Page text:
Knowledge Center

2018 Highlights: Designations & Sanctions Overview

2018 has already been active for U.S.-based sanctions and Denied Party Screening (DPS) with changes coming at an increasingly rapid pace. So far this year, the U.S. Department of the Treasury’s Office of Foreign Assets Control (OFAC) acted on a number of items including the re-implementation of sanctions against Iran, the designation of Russian oligarchs and Venezuelan officials, the lifting of economic sanctions against Sudan, and more.

What are Antidumping and Countervailing duties?

Antidumping (AD) and Countervailing (CV) duties are additional fees that the United States Department of Commerce (DoC) uses to discourage demand for products deemed to be import sensitive. AD/CV duties are one of the mechanisms that the U.S. government uses to help ensure a level playing field between U.S. suppliers & manufacturers and importers who are either receiving subsidies from foreign governments or are selling their products at lower prices in the United States.

What are Export Control Classification Numbers?

An essential step in export compliance is determining whether a license is required from the Department of Commerce to export a commodity. This is done by ascertaining whether the item has a specific Export Control Classification Number (ECCN).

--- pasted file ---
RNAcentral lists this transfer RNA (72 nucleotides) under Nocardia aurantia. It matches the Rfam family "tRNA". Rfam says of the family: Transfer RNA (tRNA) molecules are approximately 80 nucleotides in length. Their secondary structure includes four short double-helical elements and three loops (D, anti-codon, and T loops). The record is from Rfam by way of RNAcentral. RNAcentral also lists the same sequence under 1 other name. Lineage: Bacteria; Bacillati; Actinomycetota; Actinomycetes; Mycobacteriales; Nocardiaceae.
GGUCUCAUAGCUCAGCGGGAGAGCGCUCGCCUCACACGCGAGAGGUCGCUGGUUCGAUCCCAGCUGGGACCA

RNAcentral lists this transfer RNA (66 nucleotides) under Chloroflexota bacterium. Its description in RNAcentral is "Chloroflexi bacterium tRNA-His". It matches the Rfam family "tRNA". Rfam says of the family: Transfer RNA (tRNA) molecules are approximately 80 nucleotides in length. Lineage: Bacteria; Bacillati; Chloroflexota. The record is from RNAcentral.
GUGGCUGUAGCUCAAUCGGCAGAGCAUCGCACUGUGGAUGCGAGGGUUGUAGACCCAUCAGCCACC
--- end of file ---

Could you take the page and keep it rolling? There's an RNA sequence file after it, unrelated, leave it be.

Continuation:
Export Control Classification Number (ECCN) are five-digit alphanumeric designations established by the commerce control list (CCL) to identify items that fall under Export Administration Regulations (EAR).

What is a Binding Rule?

When goods are imported into the United States, they are subject to certain formalities involving Customs and Border Protection (CBP). Commodities are typically required to be “entered,” or declared to CBP, and are subject to scrutiny by Customs officials to ensure proper compliance on the part of the importer. As a part of this entry process, goods must be “classified” (determined where in the U.S. tariff system they fall) and their value must be determined.

What is the Denied Party Screening Process?

The denied party screening process is a general term for the due diligence review of a business’s internal lists to ensure that transactions are not being conducted with entities included on a sanctioned list, watch list, concern list and more as well as countries that are either embargoed or sanctioned. It is also necessary to maintain accurate audits of a company’s denied party screening process and records of their compliance efforts.

Why Is An Accurate Tariff Database Important?

Products shipped internationally may be subject to duties (tariffs), taxes, and other fees that are assessed by customs authorities. These duties and other trade restrictions can hinder a company’s ability to conduct international business: a high tariff may make a product too expensive to be competitive; a quota may limit may limit the possibility of importing or exporting goods to a specific country.

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